NigelOsborne (21K)Mar 29, 2015: Musician, human rights activist, therapist, Nigel Osborne wears many hats. They all come together in the work of this gentle giant from the University of Edinburgh, who has been using music to help heal trauma-afflicted people such as war veterans and children. Osborne was in India recently to advise the Indian Head Injury Foundation in Jodhpur on using music for rehabilitation. He has also been working with differently disabled children in Chennai. He spoke to Namita Devidayal. Excerpts:

How did you get involved in music therapy and, more specifically, in using music to help heal trauma-affected children?

I think from the beginning of my interest in music, I was interested in the effect it had, why it made me feel the way it did. Later, I chose to perform in experimental settings and contexts - so we played in hospitals, psychiatric units, schools and all sorts of situations where we saw that the experience was very transforming. I started seeing music as something that could have a social mission. I saw how powerful music could be personally, socially, philosophically and even politically. For example, I spent a lot of time in Eastern Europe, where culture was already being used as a means of social change. When the siege of Sarajevo happened, I started working with children, more to distract them from horrible circumstances, not even using the word 'therapy'. Then, the ministry of health— what was left of it— approached us and asked us to create a therapeutic program, which attracted attention in other places in the world.

Does Indian classical music offer anything special in this regard?

Indian classical music is particularly powerful in therapeutic processes because in my opinion it encompasses the whole human evolution and the whole of our personal development in it, in the way the raga is developed. For example, the drone, the saa is not just one note, but it contains all. The whole harmonic series - the natural behaviour of symmetrically vibrating objects - is present in that. That's why in learning this music, we spend so long singing just sa. It is a note that has no beginning and end. It envelopes and contains our consciousness. We become enfolded in it. That's just the beginning. When the aalaap begins, these kinds of movements have a recognised impact on the brain cells and they relate to a very ancient form of communication between human beings which existed before language. Then, we move to the ultimate sophisticated kind of note structure which are picked up by the higher cognitive functions of the brain. Our emotions get sculpted by these. Finally, rhythm in Indian classical music excites the most primitive as well as higher cognitive areas and stimulates the motor cortex. There is a high level of abstraction and design, which are as much intellectual as they are emotional.

You have said music is a means of engaging human empathy. Can you please elaborate?

I believe we develop empathy largely through the medium of sound, voice and music. I work on a project called 'communicative musicality' and we look at the relationships and communication between mothers and small babies across the world. We discovered very similar patterns that had the qualities of music. This is the first communication of empathy, perhaps more powerful than touch. So music begins very early in our lives as a means of communicating emotion.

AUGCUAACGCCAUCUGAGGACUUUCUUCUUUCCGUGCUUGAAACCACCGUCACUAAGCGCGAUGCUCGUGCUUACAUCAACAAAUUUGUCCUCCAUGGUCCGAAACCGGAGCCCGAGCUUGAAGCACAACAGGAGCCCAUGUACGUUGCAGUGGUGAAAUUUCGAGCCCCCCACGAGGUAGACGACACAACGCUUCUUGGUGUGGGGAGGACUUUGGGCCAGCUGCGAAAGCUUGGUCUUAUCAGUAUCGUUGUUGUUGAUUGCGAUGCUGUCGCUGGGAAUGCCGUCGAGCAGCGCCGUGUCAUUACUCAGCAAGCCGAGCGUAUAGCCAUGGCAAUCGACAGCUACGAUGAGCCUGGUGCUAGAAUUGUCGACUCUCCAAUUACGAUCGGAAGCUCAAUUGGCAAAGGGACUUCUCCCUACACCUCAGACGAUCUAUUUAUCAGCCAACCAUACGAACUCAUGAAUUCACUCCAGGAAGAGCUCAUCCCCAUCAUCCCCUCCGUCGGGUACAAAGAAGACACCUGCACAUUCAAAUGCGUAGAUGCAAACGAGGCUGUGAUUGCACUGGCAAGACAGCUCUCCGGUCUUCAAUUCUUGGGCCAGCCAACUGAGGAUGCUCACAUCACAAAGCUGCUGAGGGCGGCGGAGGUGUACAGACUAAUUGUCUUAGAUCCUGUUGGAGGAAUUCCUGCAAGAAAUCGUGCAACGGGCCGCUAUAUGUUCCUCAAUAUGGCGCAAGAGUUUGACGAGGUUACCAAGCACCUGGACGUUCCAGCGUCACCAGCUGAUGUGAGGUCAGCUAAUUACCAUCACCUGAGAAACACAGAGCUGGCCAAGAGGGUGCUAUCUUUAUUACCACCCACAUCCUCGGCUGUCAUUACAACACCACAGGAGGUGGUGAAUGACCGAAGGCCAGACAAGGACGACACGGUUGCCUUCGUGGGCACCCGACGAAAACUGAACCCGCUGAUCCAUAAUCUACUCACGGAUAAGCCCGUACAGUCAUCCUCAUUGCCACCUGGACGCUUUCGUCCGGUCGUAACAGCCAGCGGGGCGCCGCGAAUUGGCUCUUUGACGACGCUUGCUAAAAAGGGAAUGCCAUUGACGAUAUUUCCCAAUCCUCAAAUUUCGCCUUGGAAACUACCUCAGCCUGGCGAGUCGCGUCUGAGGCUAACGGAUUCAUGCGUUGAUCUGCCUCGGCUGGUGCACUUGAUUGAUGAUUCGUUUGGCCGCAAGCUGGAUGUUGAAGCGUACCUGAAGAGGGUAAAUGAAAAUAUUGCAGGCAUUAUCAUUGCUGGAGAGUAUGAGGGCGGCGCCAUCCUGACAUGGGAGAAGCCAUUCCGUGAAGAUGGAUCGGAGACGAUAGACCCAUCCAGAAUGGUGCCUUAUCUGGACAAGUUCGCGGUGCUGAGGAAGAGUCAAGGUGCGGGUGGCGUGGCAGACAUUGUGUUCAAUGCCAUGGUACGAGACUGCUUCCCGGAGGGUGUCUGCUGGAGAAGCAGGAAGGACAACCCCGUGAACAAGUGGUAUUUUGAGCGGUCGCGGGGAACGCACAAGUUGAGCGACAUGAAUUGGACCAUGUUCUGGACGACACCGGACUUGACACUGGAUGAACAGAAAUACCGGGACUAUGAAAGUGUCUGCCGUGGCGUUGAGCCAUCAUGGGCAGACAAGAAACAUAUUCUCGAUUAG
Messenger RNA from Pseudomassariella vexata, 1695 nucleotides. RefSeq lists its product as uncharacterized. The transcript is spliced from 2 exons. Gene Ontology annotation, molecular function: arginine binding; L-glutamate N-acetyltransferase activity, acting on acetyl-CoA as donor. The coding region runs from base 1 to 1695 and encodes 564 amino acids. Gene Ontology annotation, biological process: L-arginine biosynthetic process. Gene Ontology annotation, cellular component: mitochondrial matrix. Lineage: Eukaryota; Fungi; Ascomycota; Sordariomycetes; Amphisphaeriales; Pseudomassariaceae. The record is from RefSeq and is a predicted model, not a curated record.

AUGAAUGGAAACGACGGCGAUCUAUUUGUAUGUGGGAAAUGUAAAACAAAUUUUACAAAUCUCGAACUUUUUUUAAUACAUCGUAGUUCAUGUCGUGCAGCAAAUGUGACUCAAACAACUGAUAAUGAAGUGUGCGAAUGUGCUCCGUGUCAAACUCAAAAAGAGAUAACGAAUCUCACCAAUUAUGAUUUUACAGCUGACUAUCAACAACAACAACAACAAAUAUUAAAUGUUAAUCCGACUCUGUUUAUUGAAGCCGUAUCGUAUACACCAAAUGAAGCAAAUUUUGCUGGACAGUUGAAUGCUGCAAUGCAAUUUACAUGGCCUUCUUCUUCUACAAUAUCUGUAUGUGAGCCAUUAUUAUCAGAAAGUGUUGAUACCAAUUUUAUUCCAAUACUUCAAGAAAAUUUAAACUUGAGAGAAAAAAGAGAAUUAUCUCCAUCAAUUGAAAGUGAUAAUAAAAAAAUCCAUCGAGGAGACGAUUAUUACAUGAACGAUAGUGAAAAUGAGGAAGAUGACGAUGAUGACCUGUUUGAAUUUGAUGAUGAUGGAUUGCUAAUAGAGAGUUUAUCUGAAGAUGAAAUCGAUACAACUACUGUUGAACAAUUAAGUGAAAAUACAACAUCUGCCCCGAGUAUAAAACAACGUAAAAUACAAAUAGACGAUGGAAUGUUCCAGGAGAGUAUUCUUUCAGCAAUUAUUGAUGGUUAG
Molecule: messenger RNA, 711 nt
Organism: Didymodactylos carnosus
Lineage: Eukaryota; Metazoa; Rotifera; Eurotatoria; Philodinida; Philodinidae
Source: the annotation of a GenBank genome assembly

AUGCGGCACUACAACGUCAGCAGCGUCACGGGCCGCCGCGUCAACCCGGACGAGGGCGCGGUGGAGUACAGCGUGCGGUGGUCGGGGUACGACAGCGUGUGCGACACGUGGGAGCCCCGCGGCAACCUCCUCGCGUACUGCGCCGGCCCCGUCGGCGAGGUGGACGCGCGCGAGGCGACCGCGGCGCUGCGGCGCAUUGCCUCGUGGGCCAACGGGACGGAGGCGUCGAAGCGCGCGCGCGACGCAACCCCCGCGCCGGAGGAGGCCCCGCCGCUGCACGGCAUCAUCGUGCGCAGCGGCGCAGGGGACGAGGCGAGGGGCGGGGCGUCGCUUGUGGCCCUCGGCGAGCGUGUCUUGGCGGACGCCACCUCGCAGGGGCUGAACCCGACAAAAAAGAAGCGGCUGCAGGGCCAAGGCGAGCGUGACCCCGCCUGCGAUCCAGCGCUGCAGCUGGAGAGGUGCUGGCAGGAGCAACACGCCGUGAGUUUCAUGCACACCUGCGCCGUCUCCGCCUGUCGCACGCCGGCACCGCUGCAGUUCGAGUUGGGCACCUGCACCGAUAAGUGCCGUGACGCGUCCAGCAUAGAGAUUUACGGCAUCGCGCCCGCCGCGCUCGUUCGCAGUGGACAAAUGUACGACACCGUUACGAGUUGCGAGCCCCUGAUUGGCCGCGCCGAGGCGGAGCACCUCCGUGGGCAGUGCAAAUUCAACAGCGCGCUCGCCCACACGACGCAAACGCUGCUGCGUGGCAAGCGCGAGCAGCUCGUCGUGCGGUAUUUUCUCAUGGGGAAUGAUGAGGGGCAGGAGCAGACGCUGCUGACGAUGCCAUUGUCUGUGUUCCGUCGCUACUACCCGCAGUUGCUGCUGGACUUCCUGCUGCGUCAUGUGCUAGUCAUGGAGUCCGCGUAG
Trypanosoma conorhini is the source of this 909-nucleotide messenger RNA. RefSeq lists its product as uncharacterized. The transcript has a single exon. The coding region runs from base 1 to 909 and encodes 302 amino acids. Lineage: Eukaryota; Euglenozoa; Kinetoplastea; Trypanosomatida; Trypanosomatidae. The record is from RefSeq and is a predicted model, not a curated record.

Is there scientific evidence to suggest that music can transform brain chemistry, heart functioning and also effect breathing?

There is very strong evidence. Take the traumatised children I work with. In post-traumatic stress disorder, children's heart rate is usually raised by at least five to six beats on average because the autonomic nervous system is on high alert. Music can help regulate that and change the way the heart beats. Similarly, deep in the brain, in the medulla oblongata, there are circuits of neurons that control how we breathe and music seems to have an effect on these neurons. Active singing is very helpful for traumatised children because it helps control breath. Music is very highly interactive with our levels of stress hormone, cortisol. It can also help regulate dopamine, seratonin and many other hormones and neurotransmitters.

You have talked about psycho-biological-social model where the mind, body and society meet. Where does music fit into this triumvirate as an agent for social change and reconstruction?

The problems of traumatised children are physiological, psychological as well as social. Their self-respect and sense of identity are affected. Through music we can rebuild holistically all those things at once. For example, a song which can work on their bodies, minds, as well as make them sing with one another. We are bio-social beings. By being together, we often transform the way our bodies behave - for example, people have used music in the fields to coordinate actions, synchronisation.

There is recent neuroscientific evidence to suggest music can change genes. Tell us more.

I never imagined we'd be able to control brain waves by musical rhythms. We have increasing evidence music can have an epigenetic effect, such as slowing dementia. Human beings have been using music to heal themselves from time immemorial but this was the first time arts and science had come together.

Where do you believe this therapy can be used most effectively in India?

To use more of it in special education would be a good idea. Then of course I would like to see it in hospitals.

Add a Comment